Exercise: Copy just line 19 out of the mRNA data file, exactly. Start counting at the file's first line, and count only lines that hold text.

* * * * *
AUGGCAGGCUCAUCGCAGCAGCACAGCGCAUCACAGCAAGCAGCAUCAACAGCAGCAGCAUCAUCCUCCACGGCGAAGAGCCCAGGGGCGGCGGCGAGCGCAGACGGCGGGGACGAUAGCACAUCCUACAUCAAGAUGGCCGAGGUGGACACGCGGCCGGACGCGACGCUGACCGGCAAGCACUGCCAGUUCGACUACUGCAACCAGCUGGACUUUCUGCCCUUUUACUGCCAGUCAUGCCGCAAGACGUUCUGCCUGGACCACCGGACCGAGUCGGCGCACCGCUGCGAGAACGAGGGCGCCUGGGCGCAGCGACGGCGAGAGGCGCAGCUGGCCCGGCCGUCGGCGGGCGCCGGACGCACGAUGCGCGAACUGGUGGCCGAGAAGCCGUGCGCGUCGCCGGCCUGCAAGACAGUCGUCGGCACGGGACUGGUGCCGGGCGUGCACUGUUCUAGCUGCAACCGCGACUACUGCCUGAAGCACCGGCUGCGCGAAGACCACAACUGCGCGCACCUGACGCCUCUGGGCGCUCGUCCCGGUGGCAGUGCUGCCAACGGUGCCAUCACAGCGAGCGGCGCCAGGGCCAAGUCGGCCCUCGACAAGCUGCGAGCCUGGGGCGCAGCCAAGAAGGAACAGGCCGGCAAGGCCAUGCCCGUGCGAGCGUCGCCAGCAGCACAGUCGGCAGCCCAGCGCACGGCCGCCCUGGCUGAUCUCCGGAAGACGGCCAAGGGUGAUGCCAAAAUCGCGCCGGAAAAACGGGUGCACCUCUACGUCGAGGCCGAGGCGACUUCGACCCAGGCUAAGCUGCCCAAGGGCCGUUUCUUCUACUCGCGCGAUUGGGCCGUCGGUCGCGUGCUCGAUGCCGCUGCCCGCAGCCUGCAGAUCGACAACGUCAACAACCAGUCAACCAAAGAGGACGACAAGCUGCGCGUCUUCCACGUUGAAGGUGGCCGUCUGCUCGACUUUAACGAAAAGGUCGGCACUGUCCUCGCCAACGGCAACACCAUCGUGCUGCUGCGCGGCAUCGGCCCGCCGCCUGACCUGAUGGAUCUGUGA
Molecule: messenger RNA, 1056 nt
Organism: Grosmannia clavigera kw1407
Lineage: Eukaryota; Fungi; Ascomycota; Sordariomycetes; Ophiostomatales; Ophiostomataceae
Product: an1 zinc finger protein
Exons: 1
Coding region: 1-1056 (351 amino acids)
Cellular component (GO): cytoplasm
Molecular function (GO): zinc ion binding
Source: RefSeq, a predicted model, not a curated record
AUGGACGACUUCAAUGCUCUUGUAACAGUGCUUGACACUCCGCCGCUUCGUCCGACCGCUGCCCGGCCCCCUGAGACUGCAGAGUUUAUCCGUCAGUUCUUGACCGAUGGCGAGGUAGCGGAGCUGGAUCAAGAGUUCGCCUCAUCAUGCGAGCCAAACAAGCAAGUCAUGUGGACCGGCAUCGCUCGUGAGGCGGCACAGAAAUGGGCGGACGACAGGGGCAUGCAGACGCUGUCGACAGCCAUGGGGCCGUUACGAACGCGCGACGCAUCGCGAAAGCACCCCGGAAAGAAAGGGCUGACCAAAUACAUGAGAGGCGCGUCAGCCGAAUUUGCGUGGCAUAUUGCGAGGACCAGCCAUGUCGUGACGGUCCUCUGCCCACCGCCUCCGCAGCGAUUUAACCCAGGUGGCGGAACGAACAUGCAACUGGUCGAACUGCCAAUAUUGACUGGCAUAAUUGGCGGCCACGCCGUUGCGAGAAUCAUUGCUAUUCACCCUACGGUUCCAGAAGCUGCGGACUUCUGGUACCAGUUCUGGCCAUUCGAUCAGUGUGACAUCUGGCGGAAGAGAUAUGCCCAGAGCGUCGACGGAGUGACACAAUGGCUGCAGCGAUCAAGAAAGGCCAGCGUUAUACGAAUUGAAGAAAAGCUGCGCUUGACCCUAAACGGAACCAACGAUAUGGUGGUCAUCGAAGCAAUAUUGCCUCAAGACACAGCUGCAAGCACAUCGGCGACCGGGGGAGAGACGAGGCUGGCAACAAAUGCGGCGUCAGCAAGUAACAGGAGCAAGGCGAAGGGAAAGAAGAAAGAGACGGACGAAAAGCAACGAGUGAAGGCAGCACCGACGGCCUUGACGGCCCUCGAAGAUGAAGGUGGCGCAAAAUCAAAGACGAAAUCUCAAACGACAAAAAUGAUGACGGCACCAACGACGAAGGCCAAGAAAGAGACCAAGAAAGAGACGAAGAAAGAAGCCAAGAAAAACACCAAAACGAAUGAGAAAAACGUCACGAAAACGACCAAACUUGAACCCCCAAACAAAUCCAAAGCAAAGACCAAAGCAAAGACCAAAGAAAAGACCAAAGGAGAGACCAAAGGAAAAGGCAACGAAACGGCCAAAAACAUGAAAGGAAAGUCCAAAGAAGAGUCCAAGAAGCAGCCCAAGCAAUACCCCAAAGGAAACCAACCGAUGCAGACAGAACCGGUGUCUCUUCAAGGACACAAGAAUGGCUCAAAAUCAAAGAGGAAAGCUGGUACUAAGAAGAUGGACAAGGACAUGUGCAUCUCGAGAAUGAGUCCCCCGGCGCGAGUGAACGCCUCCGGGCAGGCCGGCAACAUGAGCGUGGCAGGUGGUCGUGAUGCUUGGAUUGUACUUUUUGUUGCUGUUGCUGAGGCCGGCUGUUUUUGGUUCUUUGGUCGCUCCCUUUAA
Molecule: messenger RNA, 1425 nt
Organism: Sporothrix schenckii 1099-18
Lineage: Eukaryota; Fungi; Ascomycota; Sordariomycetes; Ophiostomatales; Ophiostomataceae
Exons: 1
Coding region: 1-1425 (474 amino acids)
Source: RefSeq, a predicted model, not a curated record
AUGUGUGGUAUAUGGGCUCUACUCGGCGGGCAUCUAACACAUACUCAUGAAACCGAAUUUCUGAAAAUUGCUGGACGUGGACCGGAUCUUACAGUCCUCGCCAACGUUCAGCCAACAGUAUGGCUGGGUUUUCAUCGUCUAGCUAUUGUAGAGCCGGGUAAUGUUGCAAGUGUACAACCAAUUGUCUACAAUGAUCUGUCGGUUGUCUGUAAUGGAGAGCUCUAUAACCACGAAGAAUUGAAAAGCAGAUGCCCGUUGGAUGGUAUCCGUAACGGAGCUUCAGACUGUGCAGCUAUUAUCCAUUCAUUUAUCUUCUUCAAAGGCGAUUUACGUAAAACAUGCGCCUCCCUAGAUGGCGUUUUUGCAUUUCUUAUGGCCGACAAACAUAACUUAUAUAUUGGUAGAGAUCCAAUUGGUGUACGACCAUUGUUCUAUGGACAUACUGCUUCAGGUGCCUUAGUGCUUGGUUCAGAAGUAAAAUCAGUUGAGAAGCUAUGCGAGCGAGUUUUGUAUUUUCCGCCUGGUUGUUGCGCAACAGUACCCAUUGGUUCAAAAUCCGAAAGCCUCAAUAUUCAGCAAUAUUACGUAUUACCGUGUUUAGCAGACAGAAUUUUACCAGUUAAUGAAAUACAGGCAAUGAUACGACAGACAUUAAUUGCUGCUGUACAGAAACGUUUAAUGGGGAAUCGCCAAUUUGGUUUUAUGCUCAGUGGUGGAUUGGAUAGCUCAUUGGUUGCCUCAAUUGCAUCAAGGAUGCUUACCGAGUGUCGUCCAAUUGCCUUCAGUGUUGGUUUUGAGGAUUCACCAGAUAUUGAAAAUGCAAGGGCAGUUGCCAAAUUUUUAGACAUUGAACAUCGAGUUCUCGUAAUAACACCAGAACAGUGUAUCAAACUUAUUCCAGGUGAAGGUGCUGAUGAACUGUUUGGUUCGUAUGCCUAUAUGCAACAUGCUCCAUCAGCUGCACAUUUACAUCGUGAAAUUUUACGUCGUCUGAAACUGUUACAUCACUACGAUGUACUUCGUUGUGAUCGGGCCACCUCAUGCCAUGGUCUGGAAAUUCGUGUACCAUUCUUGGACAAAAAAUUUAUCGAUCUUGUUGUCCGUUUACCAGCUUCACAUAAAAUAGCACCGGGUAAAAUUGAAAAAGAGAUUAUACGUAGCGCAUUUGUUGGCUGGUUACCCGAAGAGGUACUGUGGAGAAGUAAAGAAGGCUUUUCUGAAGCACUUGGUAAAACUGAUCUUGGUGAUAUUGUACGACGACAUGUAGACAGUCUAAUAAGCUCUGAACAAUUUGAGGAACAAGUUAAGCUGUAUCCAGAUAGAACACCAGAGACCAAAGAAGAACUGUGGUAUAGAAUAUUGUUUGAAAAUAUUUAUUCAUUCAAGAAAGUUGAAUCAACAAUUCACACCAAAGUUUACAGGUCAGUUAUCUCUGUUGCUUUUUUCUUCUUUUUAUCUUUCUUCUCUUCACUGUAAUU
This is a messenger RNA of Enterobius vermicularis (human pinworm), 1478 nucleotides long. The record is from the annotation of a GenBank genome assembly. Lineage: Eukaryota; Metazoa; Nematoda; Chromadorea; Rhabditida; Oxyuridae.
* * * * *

This is a messenger RNA of Enterobius vermicularis (human pinworm), 1478 nucleotides long. The record is from the annotation of a GenBank genome assembly. Lineage: Eukaryota; Metazoa; Nematoda; Chromadorea; Rhabditida; Oxyuridae.